Back in April I posted a series of reports on a student field trip that I was involved with in Nepal, supporting our University of Northampton partner college NAMI in Kathmandu; the first one is here.  During that trip, my NAMI colleagues and I made some interesting observations about the role of generalist passerine birds and specialist flower-feeding sunbirds as pollinators of rhododendrons in the Himalayas.  This was subsequently followed up with another set of observations in which I didn’t take part, and then written up as a short research note.  I’m pleased to say that it has now been published in the new, open-access journal Plants, People, Planet.  Here’s a link to the paper which you can download for free:

Ollerton J., Koju N.P., Maharjan S.R. & Bashyal B. (2019) Interactions between birds and flowers of Rhododendron spp., and their implications for mountain communities in Nepal. Plants, People, Planet 00:1–6. https ://doi.org/10.1002/ppp3.10091

The report really asks more questions than it answers.  It points out how important these rhododendron forests are for the people of Nepal but that we know virtually nothing about the pollination biology of the dominant trees and therefore the long-term persistence of Rhododendron species in the face of forest exploitation and climate change.  Our hope is that it stimulates both further research on the topic and increased awareness of how important it is to protect these habitats.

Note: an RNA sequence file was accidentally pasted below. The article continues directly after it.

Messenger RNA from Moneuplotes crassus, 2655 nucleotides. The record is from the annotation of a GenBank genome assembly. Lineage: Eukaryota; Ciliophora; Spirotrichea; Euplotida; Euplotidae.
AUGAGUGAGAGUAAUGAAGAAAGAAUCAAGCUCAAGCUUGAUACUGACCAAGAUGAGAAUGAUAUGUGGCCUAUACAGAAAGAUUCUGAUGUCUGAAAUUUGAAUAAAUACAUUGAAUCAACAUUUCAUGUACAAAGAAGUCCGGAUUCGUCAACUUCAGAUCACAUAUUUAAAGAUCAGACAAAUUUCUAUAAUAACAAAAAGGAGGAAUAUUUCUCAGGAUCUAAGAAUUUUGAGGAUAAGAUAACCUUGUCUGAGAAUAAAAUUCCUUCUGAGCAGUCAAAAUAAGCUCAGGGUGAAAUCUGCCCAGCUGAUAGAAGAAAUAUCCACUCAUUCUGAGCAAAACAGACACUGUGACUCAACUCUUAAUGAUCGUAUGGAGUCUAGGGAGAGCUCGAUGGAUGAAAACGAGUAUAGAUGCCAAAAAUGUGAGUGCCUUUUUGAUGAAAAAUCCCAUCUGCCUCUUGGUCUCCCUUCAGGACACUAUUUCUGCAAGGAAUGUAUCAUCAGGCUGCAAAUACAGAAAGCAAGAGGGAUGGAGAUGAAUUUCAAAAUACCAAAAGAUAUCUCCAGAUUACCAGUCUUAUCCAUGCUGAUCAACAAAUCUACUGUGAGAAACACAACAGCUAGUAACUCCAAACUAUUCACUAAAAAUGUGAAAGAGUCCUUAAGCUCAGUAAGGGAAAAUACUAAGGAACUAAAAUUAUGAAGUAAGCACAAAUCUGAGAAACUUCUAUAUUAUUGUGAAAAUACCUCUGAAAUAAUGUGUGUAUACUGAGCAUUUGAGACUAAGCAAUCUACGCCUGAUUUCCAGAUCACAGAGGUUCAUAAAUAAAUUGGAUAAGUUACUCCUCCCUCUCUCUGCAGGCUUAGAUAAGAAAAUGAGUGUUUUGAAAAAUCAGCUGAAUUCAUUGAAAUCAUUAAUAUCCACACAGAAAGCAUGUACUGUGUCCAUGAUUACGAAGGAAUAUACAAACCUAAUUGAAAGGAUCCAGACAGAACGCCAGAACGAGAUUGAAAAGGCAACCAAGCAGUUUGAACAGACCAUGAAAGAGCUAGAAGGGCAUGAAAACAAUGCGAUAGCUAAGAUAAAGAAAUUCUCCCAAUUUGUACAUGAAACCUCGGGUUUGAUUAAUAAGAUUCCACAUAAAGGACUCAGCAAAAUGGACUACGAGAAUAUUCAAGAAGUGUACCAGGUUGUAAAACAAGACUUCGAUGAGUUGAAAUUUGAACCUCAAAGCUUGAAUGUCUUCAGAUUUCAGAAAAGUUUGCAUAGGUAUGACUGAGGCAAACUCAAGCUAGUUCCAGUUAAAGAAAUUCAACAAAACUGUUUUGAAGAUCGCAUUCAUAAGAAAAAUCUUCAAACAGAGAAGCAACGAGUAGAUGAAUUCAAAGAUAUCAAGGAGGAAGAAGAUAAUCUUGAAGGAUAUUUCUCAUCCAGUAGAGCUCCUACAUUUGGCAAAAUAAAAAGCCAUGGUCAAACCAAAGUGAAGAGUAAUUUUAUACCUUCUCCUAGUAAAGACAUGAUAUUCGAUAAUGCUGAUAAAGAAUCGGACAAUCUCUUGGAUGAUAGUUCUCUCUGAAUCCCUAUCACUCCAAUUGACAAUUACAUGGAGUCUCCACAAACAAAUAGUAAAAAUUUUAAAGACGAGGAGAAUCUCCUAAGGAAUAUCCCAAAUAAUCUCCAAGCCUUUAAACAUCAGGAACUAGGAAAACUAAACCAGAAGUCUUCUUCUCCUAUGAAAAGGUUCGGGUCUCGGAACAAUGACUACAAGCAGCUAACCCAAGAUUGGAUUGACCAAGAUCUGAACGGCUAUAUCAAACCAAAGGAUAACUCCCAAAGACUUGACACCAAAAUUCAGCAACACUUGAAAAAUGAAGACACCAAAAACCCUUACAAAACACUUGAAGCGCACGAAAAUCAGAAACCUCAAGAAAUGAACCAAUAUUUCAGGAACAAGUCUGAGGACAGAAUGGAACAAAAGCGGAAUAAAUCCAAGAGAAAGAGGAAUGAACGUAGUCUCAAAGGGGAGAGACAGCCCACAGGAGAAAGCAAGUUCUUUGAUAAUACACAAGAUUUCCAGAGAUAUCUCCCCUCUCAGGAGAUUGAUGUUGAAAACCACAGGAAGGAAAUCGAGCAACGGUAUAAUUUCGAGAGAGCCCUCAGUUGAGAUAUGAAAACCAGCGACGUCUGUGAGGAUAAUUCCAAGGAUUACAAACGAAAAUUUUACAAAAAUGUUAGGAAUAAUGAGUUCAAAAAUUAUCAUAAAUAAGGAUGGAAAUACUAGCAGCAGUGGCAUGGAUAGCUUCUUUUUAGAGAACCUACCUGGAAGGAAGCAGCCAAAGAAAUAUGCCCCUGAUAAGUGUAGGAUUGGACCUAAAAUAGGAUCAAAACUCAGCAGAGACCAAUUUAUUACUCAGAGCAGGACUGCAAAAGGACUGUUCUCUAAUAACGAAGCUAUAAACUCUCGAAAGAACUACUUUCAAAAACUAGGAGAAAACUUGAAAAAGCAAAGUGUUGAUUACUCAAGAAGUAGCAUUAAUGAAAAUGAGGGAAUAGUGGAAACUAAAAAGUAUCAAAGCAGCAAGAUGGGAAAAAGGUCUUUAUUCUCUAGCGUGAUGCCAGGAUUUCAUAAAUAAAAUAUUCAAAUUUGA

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Scoring (real) birdies: Australia reflections part 2

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When it comes to golf I’m largely in agreement with Mark Twain who was reported to have described the game as “a good walk spoiled”.  As with so many of these well known and iconic quotes, Twain did not originate the phrase and almost certainly did not say it.  Reminds me of what Einstein didn’t say about bees.   Regardless of how you feel about golf*, and I appreciate that many people enjoy and play the game, golf courses represent an interesting set of environmental challenges and opportunities.  On the one hand maintaining areas of perfect turf requires a big input of water, fertilisers, biocides, even grass dye, and energy – there are some interesting thoughts on this in a recent blog post at goingzerowaste.com (though it’s riddled with adverts so be patient).  One of the links I picked up from that blog was to the Audubon Society in the USA which has an Audubon Cooperative Sanctuary Program for Golf certification scheme.  Its aim is to help course management teams to reduce the impact of their activities and, importantly, to maximise and protect the biodiversity on their golf courses.